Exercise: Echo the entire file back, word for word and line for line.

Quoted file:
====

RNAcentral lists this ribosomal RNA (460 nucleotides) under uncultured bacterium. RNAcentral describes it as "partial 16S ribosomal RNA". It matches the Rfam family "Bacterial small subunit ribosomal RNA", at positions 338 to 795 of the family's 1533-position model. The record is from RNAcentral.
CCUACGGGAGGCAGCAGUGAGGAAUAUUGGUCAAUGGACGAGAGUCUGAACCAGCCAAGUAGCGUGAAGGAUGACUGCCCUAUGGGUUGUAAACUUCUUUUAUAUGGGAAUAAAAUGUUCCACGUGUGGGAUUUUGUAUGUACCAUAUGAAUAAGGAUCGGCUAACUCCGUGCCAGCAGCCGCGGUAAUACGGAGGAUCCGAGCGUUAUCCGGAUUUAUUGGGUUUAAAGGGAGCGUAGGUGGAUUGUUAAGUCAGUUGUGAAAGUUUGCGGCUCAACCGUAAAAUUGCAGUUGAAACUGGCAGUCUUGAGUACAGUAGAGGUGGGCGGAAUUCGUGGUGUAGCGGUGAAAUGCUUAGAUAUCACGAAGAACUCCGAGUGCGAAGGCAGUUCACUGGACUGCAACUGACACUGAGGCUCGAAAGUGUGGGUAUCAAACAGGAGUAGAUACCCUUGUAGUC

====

RNAcentral lists this ribosomal RNA (460 nucleotides) under uncultured bacterium. RNAcentral describes it as "partial 16S ribosomal RNA". It matches the Rfam family "Bacterial small subunit ribosomal RNA", at positions 338 to 795 of the family's 1533-position model. The record is from RNAcentral.
CCUACGGGAGGCAGCAGUGAGGAAUAUUGGUCAAUGGACGAGAGUCUGAACCAGCCAAGUAGCGUGAAGGAUGACUGCCCUAUGGGUUGUAAACUUCUUUUAUAUGGGAAUAAAAUGUUCCACGUGUGGGAUUUUGUAUGUACCAUAUGAAUAAGGAUCGGCUAACUCCGUGCCAGCAGCCGCGGUAAUACGGAGGAUCCGAGCGUUAUCCGGAUUUAUUGGGUUUAAAGGGAGCGUAGGUGGAUUGUUAAGUCAGUUGUGAAAGUUUGCGGCUCAACCGUAAAAUUGCAGUUGAAACUGGCAGUCUUGAGUACAGUAGAGGUGGGCGGAAUUCGUGGUGUAGCGGUGAAAUGCUUAGAUAUCACGAAGAACUCCGAGUGCGAAGGCAGUUCACUGGACUGCAACUGACACUGAGGCUCGAAAGUGUGGGUAUCAAACAGGAGUAGAUACCCUUGUAGUC